Don’t forget that if you’re in UK you can enter my giveaway to win a copy of Edward’s Imaginarium before noon on Sunday 25th. Leave a comment on the post linked here.

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2015

It’s that time again; the last day of another year. Are they flying past, or is it just me?

I can’t believe that today is my blog’s fourth birthday! I didn’t have a long-term plan when I started this; it was simply to record my makes as I learnt to crochet. I haven’t had to make myself carry on, or set up a blogging timetable, it’s just happened organically. Admittedly joining in more regularly with the weekly Yarn Along and Taking Stock posts, every month, has helped to keep to keep the ball rolling lately; as I’ve had little new to show, with bigger projects taking time to complete.

2015 really did turn into the Year of the Blankets, despite the fact I’m sure I’d resolved not to make many. I wanted to learn some new skills, make some small things and get my sewing machine out again. I can see a 16 for 2016 list happening…

Here are some of my favourite makes and highlights of the year:

I’ve just had a little look at my previous end of year galleries in 2012 2013 and 2014. 2012 was a busy year for the country with the Queen’s Diamond Jubilee and the London Olympics. Looking back has reminded me of my 200 Blocks CAL. I was still very much a novice crocheter and learnt much more through organising and taking part in the CAL. If you’re fairly new to crochet then I’d really recommend working through a book of crochet blocks. It gave lots of us a really good grounding in reading patterns, trying new stitches and experimenting with colour combinations.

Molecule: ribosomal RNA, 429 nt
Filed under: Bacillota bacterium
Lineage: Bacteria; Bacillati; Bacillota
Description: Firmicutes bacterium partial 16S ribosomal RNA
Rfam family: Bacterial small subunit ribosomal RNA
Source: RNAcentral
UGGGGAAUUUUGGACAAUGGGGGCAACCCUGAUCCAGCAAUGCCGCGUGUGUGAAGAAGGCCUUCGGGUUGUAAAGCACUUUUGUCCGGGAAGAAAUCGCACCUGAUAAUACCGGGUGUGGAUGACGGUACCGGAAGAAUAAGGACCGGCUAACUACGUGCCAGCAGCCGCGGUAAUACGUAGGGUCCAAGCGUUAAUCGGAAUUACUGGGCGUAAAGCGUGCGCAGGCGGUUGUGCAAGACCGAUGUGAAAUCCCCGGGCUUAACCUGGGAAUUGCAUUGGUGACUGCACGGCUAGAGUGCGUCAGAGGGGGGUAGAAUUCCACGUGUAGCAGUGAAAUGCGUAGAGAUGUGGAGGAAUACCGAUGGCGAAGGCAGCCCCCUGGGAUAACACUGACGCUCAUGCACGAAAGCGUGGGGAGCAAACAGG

Thank you for reading and for your comments over the last year. Have a very Happy New Year’s Eve and New Year’s Day, wherever you are in the world.

On the bright side

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I really fancied doing some more embroidery but thought I’d only do a little Thursday evening so as not to aggravate my elbow. I really enjoyed semi watching, mostly listening, to an episode of Lewis (the psychology student/psychics/elephant tranquilliser one) using stem stitch to sew the letters of my personalised tea towel which is to be a gift.

The arm was indeed a bit iffy Friday but hey ho, it was still a great day. A great week in fact, and generally all is going swimmingly. That is until 11:14 pm when the most ginormous spider hurried across the lounge from under a sofa to behind the TV. There was some wine or beer fuelled discussion along the lines of: “But he’s happy, let him be.” “He’s not leaving cobwebs all over my house.” “Don’t kill him.” “Don’t be ridiculous, you know I never kill them…” All this while I’m tipping a nightlight out of a holder and grabbing a postcard (flower fairies – such a pretty card that I carry it downstairs to recycle then end up propping it on the mantelpiece.) This spider is big and aggressive, he’s sassy and won’t be caught in a tea light holder and trapped by a flower fairy postcard. But we both know who’s going to win…

…in the end after a skirmish behind the TV stand it’s actually neither of us. He gets half trapped under the holder after I execute a niffy half turn when he tries to fox me, and head back to sofa-land, and I feel a muscle at the back of my knee go POP!

OMG THE PAIN.

Actually the spider was ok, no broken legs and I’m sure he enjoyed his flight out of the window to the garden.